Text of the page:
• Regularization is a very important concept in data science. It’s a technique we use to prevent models from overfitting. Regularization is actually another application of the Norm.

  • Bivariate analysis is an important step in data exploration. We want to study the relationship between pairs of variables. Covariance or Correlation are measures used to study relationships between two continuous variables.

  • One of the most common classification algorithms that regularly produces impressive results. It is an application of the concept of Vector Spaces in Linear Algebra.

  • Principal Component Analysis, or PCA, is an unsupervised dimensionality reduction technique. PCA finds the directions of maximum variance and projects the data along them to reduce the dimensions. Without going into the math, these directions are the eigenvectors of the covariance matrix of the data.

  • Machine learning algorithms cannot work with raw textual data. We need to convert the text into some numerical and statistical features to create model inputs. Word Embeddings is a way of representing words as low dimensional vectors of numbers while preserving their context in the document.

  • Latent Semantic Analysis (LSA), or Latent Semantic Indexing, is one of the techniques of Topic Modeling. It is another application of Singular Value Decomposition.

  • In Computer Vision the image is represented as a 3d Tensor

By going through this list of a few applications of Linear Algebra you must have guessed the importance of Linear Algebra. As I rightly read somewhere, if Machine Learning is Batman then Linear Algebra is Robin.


Combinatorics concerns the number of configurations that can be obtained from certain discrete experiments. It is useful because it provides a systematic way of enumerating cases. Combinatorics often becomes very challenging as the complexity of the event grows.

To motivate the discussion of combinatorics, let us start with the following problem. Suppose there are 50 people in a room. What is the probability that at least one pair of people have the same birthday (month and day)? (We exclude Feb. 29 in this problem.)

The first thing you might be thinking is that since there are 365 days, we need at least 366 people to ensure that one pair has the same birthday. Therefore, the chance that 2 of 50 people have the same birthday is low. This seems reasonable, but let’s do a simulated experiment. In Figure 1.16 we plot the probability as a function of the number of people. For a room containing 50 people, the probability is 97%. To get a 50% probability, we just need 23 people! How is this possible?

So imagine that you keep going down the list to the 50th person. The probability that none of these 50 people will have the same birthday is as little as 3%. If you take the complement, you can show that with 97% probability, there is at least one pair of people having the same birthday.

Why is the probability so high with only 50 people while it seems that we need 366 people to ensure two identical birthdays? The difference is the notion of probabilistic and deterministic. The 366-people argument is deterministic. If you have 366 people, you are certain that two people will have the same birthday. This has no conflict with the probabilistic argument because the probabilistic argument says that with 50 people, we have a 97% chance of getting two identical birthdays. With a 97% success rate, you still have a 3% chance of failing. It is unlikely to happen, but it can still happen. The more people you put into the room, the stronger guarantee you will have. However, even if you have 364 people and the probability is almost 100%, there is still no guarantee. So there is no conflict between the two arguments since they are answering two different questions.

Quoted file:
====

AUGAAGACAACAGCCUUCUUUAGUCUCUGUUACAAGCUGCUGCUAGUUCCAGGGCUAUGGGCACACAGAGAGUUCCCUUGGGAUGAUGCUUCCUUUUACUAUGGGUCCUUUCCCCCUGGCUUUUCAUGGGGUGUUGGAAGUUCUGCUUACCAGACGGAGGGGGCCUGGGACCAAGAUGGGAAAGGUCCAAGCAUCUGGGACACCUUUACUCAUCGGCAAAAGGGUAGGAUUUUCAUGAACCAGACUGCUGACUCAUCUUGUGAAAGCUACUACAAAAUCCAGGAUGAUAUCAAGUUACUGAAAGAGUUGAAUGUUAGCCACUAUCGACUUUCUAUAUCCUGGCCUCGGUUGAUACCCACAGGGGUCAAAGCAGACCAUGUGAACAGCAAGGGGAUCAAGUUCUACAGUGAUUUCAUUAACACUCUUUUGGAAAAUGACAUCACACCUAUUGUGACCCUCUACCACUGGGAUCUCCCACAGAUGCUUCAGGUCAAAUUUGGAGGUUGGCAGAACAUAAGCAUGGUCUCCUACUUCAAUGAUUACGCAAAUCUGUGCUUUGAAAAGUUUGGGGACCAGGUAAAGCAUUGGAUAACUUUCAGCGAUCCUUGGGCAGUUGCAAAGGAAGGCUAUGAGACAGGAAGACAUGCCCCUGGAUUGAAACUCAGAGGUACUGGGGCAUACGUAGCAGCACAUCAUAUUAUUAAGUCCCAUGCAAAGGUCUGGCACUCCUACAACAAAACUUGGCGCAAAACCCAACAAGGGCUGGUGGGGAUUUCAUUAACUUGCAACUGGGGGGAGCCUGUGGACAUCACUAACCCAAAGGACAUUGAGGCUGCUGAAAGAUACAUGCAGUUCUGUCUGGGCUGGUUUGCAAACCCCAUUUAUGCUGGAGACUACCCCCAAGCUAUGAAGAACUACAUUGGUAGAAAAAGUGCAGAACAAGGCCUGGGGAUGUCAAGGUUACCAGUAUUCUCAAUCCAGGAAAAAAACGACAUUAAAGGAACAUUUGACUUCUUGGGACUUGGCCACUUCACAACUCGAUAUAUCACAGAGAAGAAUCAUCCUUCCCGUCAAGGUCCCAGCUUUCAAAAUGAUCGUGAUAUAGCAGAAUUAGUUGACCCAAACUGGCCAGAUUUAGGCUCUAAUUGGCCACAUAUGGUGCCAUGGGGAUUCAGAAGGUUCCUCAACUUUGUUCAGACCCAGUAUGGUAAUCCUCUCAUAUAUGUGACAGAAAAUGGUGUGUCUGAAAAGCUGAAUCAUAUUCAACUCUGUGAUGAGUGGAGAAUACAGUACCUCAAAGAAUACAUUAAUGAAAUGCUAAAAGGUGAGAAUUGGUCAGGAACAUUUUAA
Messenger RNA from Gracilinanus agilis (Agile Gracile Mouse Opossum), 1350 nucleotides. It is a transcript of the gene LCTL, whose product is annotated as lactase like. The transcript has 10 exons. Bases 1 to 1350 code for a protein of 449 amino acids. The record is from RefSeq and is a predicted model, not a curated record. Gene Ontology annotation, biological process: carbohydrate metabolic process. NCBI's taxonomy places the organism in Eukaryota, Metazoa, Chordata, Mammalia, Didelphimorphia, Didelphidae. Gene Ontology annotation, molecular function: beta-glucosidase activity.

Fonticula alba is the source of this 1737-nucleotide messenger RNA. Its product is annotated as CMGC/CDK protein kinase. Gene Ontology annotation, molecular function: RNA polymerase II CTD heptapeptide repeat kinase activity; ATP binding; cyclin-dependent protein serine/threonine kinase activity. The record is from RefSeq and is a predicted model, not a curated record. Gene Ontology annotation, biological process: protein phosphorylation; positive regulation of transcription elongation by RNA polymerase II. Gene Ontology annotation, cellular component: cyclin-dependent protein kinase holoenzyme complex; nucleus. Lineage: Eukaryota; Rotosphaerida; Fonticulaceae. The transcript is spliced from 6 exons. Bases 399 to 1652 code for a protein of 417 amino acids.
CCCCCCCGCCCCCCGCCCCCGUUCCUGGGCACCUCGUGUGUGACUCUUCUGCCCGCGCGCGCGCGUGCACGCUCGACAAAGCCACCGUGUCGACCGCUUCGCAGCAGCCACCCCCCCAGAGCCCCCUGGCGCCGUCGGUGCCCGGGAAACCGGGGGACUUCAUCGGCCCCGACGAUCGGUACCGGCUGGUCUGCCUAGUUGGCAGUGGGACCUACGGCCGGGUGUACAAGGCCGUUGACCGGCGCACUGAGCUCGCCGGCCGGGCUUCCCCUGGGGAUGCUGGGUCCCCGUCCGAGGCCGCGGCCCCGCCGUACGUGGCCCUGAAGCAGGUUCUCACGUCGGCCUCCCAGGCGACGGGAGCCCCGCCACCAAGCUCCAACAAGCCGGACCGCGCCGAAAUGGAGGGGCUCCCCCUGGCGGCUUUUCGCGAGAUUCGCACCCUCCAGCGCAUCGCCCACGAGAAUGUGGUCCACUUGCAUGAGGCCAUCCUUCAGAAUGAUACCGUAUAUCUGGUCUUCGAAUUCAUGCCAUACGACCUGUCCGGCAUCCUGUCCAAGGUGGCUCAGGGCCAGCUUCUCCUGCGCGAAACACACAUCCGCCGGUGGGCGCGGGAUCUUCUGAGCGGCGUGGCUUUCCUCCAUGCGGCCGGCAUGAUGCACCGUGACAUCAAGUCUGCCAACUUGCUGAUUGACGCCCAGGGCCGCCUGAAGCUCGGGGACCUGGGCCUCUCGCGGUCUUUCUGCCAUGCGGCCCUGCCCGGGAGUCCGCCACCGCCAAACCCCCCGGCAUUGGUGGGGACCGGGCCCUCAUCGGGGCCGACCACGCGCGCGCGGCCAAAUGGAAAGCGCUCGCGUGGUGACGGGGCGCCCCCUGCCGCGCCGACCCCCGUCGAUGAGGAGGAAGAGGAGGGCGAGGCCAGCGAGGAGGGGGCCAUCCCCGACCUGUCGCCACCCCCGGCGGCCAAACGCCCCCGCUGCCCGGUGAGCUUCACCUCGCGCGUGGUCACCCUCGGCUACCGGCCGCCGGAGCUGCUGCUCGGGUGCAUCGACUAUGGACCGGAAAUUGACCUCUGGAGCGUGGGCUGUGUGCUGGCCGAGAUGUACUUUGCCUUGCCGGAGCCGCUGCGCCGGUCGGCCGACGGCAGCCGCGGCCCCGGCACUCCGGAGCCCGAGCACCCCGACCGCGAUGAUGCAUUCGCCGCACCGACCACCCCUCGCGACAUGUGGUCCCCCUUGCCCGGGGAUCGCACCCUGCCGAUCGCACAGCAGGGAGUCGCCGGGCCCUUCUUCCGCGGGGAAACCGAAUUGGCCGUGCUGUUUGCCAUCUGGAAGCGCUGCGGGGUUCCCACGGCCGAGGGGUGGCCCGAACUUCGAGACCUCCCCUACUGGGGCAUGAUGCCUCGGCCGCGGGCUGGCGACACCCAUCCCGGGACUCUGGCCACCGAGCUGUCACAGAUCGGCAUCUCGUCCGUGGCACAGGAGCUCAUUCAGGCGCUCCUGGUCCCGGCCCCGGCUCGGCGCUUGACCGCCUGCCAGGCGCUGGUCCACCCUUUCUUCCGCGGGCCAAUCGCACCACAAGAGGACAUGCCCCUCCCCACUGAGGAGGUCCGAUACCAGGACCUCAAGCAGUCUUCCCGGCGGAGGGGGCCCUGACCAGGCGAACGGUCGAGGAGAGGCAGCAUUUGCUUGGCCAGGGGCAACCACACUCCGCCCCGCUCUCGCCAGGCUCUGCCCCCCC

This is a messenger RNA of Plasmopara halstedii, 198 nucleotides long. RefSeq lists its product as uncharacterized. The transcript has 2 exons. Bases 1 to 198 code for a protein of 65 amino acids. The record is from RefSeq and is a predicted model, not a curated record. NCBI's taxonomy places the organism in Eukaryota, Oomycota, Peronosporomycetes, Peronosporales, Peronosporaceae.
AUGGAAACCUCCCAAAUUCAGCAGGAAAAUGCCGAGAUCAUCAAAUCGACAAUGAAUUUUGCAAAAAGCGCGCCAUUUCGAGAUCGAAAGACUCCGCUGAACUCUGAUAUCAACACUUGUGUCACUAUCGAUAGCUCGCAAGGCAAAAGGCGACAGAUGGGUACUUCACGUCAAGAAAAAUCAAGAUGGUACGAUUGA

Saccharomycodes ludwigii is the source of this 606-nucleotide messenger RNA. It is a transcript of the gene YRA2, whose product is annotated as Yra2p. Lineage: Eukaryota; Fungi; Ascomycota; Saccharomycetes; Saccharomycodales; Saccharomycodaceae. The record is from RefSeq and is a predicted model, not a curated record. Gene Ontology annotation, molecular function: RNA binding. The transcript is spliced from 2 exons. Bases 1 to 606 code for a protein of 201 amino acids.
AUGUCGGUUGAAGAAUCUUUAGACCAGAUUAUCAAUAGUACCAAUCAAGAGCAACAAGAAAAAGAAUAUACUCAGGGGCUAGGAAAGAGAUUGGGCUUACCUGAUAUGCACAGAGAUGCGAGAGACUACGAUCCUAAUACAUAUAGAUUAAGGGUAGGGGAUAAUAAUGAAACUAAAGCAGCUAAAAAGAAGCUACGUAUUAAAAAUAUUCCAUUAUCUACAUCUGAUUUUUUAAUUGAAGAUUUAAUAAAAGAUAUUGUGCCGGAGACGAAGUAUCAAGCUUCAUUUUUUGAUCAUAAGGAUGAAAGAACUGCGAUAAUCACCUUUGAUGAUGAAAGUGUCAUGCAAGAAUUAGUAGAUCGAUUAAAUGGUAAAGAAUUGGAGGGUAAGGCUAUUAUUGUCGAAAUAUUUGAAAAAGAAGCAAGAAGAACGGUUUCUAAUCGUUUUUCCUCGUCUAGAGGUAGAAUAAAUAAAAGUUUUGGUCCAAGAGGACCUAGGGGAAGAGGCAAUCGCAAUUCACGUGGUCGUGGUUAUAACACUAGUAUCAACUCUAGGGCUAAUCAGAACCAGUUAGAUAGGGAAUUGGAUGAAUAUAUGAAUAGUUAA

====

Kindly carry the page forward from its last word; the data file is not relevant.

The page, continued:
Permutations and combinations are two ways to enumerate all the possible cases. While the conclusions are probabilistic, as the birthday paradox shows, permutation and combination are deterministic. We do not need to worry about the distribution of the samples, and we are not taking averages of anything. Thus, modern data analysis seldom uses the concepts of permutation and combination.

Does it mean that combinatorics is not useful? Not quite, because it still provides us with powerful tools for theoretical analysis. For example, in binomial random variables, we need the concept of combination to calculate the repeated cases. The Poisson random variable can be regarded as a limiting case of the binomial random variable, and so combination is also used. Therefore, while we do not use the concepts of permutation per se, we use them to define random variables.


In conclusion we would like to highlight the significance of the birthday paradox. Many of us come from an engineering background in which we were told to ensure reliability and guarantee success. We want to ensure that the product we deliver to our customers can survive even in the worst-case scenario. We tend to apply deterministic arguments such as requiring 366 people to ensure complete coverage of the 365 days. In modern data analysis, the worst-case scenario may not always be relevant because of the complexity of the problem and the cost of such a warranty. The probabilistic argument, or the average argument, is more reasonable and cost-effective, as you can see from our analysis of the birthday problem. The heart of the problem is the trade-off between how much confidence you need versus how much effort you need to expend. Suppose an event is unlikely to happen, but if it happens, it will be a disaster. In that case, you might prefer to be very conservative to ensure that such a disaster event has a low chance of happening. Industries related to risk management such as insurance and investment banking are all operating under this principle.